• The capital is Nicosia (this is also divided)
  • Population: 1.41 million
  • Cyprus is the third largest island in the Mediterranean and a member of the EU.
  • The Trodos Mountains have nine UNESCO heritage sites. Throughout the island are many important, ancient ruins.

The Green Line Divide: romance, travel and turmoils by Z Vally, available on Amazon.


Z Vally said...

From the Author:

Nicola, Many Thanks for your comments.

It says: "That said The Green Line Divide has some rather odd English constructions, so if you are a stickler for correct grammar then it’s not going to suit you."

Author's comments: The book was edited in the USA, four times round.

Enjoy reading it !

Cheers, Z Vally, London, UK.

nicola said...

Thanks Z for your comment. I think that's a very fair point - sometimes English and American feel very different, no doubt I was confused by the comments about the character Alexis having UK and Cypriot family inks. It never crossed my mind that this was American. Interestingly one of my own books was v criticised for the same thing (grammar!) on Amazon.com but not on Amazon.co.uk Readers eh! Anyway good luck. Nicola

Z Vally said...

From the author of - The Green Line Divide:
Romance, Travel, and Turmoils.

ACROPOLIS LINDOS – one of the ancient ruins
of Rhodes Island (Greece).

As you will see it is lengthy and one has to mention all the features to give a clear picture. This is the reason why I left it out as I felt it may bore the reader. I researched on it, using the internet.

The archaeological remains found inside and around the Acropolis of Lindos reveal the wealth of this ancient town. Part of its worth-visiting monuments is a Doric 4th-century temple devoted to Athena Lindia, where people used to worship their patron goddess with offerings and sacrifices. It was built on the remains of another temple.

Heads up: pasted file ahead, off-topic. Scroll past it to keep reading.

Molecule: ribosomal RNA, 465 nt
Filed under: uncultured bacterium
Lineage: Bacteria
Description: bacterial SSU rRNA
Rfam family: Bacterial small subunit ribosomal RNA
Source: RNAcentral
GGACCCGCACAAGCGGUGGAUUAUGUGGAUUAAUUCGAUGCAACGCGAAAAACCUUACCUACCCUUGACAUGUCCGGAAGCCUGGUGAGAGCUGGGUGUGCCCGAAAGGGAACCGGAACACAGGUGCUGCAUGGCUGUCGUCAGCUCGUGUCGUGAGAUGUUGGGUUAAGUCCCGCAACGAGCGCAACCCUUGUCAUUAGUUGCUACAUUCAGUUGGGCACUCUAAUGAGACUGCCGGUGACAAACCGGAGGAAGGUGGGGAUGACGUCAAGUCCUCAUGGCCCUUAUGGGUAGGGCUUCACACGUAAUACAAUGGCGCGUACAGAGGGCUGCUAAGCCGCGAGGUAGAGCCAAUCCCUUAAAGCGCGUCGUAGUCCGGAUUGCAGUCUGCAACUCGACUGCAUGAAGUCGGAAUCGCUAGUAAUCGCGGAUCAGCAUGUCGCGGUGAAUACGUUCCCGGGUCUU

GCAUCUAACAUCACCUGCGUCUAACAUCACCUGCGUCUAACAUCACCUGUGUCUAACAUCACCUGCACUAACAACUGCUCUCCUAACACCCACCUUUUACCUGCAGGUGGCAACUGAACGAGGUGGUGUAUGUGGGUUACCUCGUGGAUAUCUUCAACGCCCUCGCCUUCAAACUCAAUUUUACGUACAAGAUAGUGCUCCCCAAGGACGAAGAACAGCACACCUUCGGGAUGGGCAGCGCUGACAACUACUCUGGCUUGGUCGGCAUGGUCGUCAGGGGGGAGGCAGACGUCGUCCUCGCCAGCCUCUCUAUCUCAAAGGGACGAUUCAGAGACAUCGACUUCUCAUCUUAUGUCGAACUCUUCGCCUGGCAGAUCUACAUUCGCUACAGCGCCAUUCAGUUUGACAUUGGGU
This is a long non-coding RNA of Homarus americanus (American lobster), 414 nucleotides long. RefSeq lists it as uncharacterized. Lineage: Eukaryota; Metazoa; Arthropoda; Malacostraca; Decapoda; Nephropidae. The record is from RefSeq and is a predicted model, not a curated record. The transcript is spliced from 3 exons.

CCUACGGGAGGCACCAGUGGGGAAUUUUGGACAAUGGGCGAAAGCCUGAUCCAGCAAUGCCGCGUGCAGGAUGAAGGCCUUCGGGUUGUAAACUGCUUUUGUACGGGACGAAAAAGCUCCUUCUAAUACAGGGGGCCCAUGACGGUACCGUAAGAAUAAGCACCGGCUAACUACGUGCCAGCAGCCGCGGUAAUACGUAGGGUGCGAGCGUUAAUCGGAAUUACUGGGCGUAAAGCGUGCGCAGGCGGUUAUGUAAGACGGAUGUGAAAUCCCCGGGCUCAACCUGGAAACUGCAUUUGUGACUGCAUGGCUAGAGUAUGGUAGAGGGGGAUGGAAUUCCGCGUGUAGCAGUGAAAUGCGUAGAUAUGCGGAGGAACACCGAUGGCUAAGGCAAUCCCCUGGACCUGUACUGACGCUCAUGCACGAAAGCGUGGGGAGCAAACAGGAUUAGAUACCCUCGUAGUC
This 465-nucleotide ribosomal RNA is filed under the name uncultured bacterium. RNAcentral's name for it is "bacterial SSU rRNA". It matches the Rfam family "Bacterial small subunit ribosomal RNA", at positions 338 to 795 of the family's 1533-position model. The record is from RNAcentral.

The Propylaea (the gateways) of the Sanctuary consists of a staircase and five door openings. You will have the chance to see the relief of an ancient warship, called trireme, at the foot of the staircase. Apart from these, there is also a Roman temple dedicated to the emperor Diocletian and a Hellenistic wall that surrounds the Acropolis.

All these ancient sites are protected by a Medieval Castle, built in the early 14th century by the Knights of St John. Two towers of the castle are well-preserved till today. Outside the castle, on the southwest side of the wall, there used to be an ancient theatre. Today the only remains of it are some rows of seats, part of the auditorium. It is believed that the theatre could have hosted 1,800 spectators. From this position the sweeping views of the Aegean will take your breath away…

The Italians occupied Rhodes island from 1912-1945. The site today belongs to the Greek Ministry of Culture and much work is being done, by both Greek and foreign archaeologists, to protect this monument.

Real Life experience can be seen here:

Megan McCoig said...

Really great post!

živilė minutkaitė said...

great blog!

Z Vally said...

From author:


The scenery from the top of the Acropolis is really beautiful with white roofed houses of Lindos and the surrounding bay of St Paul. Also, part of the movie, Guns of Navarone 1961, was shot around Lindos Acropolis and the bay below. The bay is quiet and impressive with the view of the rock used for the film. This has been mentioned in the book too. Cheers.

Z Vally said...

from Nicola's post: "I was confused by the comments about the character Alexis having UK and Cypriot family links."

from Author: Sorry, I just saw this and hopefully this will clarify this....... Alexis was born in the UK and she is Anglo-Cypriot. Her mother is English and her father is Greek Cypriot, both living in the UK. Alexis goes to Cyprus to a British college and then adventure follows with a Swedish United Nations officer. Her parents too travel to Cyprus at one point for a special reason.